Tuesday, August 4, 2009

Sara and Sasha in Mongolia


[Note: For the full picture set, see here]

Needing a break from humid, crowded Seoul, Sara and I took a vacation to cool, sparsely populated Mongolia. We went on a guided tour and chose to go to Lake Muren in Northern Mongolia. It is a large country, so there are many tour options – most have you drive hundreds of kilometers a day. We chose the lake since we wanted to just go somewhere beautiful and just relax.

We flew in to Beijing from Seoul and I got pulled aside after going through the thermal imager so they could take my temperature. I was worried, since China is notorious for ruining people's vacations right now with forced quarantines. Nobody spoke English and it was a little strange, but my temperature (36.2 C or 97.2 F) didn't cause too much concern (I always run cold), so they let me on my way.

We got our connecting ticket at the appropriately named connecting flights desk (my worries about not being able to find it were unfounded) and a woman from the desk led us around the terminal to get to the connecting flight. She took us through five security checkpoints and then put us on a bus and walked away. We were the only passengers on the bus and we were driven literally over the tarmac - we had to stop for a plane taking off. Being on the tarmac seemed surreal and the bus had a tv that had the X-Files in English playing - it didn't help. Especially since it was a “creepy little possessed girl” episode. We then went through another two security checkpoints and into our terminal. There were no problems at any point – it was just strange... somehow very communist.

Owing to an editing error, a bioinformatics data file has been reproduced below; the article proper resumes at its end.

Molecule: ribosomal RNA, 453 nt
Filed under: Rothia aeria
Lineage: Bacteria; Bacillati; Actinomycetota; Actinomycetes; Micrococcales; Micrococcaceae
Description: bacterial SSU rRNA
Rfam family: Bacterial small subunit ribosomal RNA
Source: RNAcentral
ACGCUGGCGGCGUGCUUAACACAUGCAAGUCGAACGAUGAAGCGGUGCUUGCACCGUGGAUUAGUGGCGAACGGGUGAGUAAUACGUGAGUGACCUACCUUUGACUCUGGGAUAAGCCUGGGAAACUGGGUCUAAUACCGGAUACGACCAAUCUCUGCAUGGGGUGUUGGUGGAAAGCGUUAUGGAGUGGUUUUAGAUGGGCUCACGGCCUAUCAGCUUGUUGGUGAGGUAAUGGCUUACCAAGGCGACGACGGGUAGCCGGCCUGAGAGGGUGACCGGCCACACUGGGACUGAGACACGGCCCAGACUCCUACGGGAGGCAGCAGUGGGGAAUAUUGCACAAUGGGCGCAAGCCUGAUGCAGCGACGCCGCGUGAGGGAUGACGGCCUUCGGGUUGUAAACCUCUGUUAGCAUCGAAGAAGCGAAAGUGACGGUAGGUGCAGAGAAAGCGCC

The terminal we went to was very modern – from the drive I had assumed we were going to an ancient unused terminal. Lots of people were there - mostly Mongolians. The departure lounge we were in had two planes: one bound for Ulaan Baatar and one for Addis Addiba. It was striking to see people talking to one another – you could tell people were strangers and just making conversation. This is something you never see in Seoul, where strangers do their best (which is pretty good) to ignore each other.

Our flight was a little bumpy (Sara would tell you it was horrifying, but I was once on a two engine plane and one engine failed, so a lot less gets to me) and we landed in Ulaan Baatar with no problem. A very small woman was waiting with our names on a piece of paper and took us to a van, a very old Soviet vehicle. The first thing we noticed when we stepped outside of the terminal was the smell of fresh cut grass. It had been a long time. We shared the van with a couple from the south of South Korea (Pusan) – an American and a Canadian. They have been here for several years and said that Pusan is much more relaxed than Seoul. I wonder sometimes how our South Korean experience would be if Sara and I were in a different city… would we have better things to say?